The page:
All the signs pointed to a French party. They started the Euro 2016 Final as clear favourites against a Portugal team which had clawed their way to the Stade de France showdown. France, meanwhile, were riding high following victory over Germany.
They had the chance to equal Michel Platini’s team of 1984 which won the European Championships on home soil. And the class of 1998. Captain then, Didier Deschamps could be a national hero once more.
But this was a tournament for ending hoodoos. Italy ended their barren spell against Spain. Germany then finally beat the Azzurri in a major tournament. Portugal came into the Final without a win in their last 10 against France. That included the Semi-finals of Euro ‘84 and 2000, plus the World Cup six years later. And the French did themselves no favours on a moth-infested Sunday in Paris.
Even with Portugal losing talisman Cristiano Ronaldo and France holding the ascendency, the game remained scoreless. Deschamps said afterwards the French “lost together”, although some of his decisions were curious, to say the least.
He has battled with midfield balance throughout the tournament. It started when it became clear Antoine Griezmann would be better suited to playing centrally. A man in form, Deschamps went with the Atletico Madrid player. For the Quarter-final with Iceland he was fielded in a 4-2-3-1 behind Olivier Giroud. But in the reshuffle, Deschamps had Paul Pogba become the holding midfielder.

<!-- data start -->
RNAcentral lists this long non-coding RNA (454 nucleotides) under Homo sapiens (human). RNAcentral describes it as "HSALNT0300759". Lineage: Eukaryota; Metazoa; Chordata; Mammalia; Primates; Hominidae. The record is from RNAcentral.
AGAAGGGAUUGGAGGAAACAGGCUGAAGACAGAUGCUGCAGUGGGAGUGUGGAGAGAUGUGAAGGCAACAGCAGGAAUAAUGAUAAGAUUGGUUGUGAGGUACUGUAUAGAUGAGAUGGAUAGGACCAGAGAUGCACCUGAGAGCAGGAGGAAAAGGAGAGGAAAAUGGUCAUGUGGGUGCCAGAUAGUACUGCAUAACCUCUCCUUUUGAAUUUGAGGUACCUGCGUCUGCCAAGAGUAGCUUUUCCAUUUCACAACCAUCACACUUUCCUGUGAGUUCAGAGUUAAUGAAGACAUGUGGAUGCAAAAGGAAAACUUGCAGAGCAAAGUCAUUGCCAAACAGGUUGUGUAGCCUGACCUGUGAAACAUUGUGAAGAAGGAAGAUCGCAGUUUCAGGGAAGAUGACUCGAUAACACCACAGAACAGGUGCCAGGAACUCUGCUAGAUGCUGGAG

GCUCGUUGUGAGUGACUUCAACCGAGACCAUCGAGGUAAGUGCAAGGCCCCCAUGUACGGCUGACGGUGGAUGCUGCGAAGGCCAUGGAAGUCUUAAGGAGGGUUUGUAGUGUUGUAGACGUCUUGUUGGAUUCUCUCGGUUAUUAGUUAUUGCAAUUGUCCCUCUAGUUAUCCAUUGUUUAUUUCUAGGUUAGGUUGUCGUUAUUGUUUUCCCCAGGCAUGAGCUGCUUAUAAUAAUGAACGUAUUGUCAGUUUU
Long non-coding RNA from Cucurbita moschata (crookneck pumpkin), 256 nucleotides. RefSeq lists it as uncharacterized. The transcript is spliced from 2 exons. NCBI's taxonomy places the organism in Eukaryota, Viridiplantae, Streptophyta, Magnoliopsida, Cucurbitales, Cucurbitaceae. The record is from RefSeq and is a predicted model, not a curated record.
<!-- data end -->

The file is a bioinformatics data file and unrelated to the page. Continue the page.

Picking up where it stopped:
On Sunday the Juventus man did not have a licence to get forward. It was Moussa Sissoko and Blaise Matuidi doing that. While offering energy, they lack the craft of Pogba. France needed that to unlock a resolute Portuguese defence.
They did create chances – Griezmann had a header in each half and Andre-Pierre Gignac hit the post in second half injury time, but the longer it went on the more France grew anxious. And Portugal grew in confidence. Deschamps substitutions, aside from throwing on Anthony Martial after the Portuguese goal, did little to change the course of the match.
There appeared no French fluidity through the centre, or cohesiveness in their attacking play. Would releasing Pogba have changed anything? It would have helped. Don’t forget, he was heavily involved in the second goal against Germany, minutes after N’Golo Kante came on to protect the base of midfield.
Portugal got the only goal in extra-time, leaving France to wonder how they let another home tournament triumph slip through their grasp. When tasked with breaking down a firm defence neither the players or coach had an answer.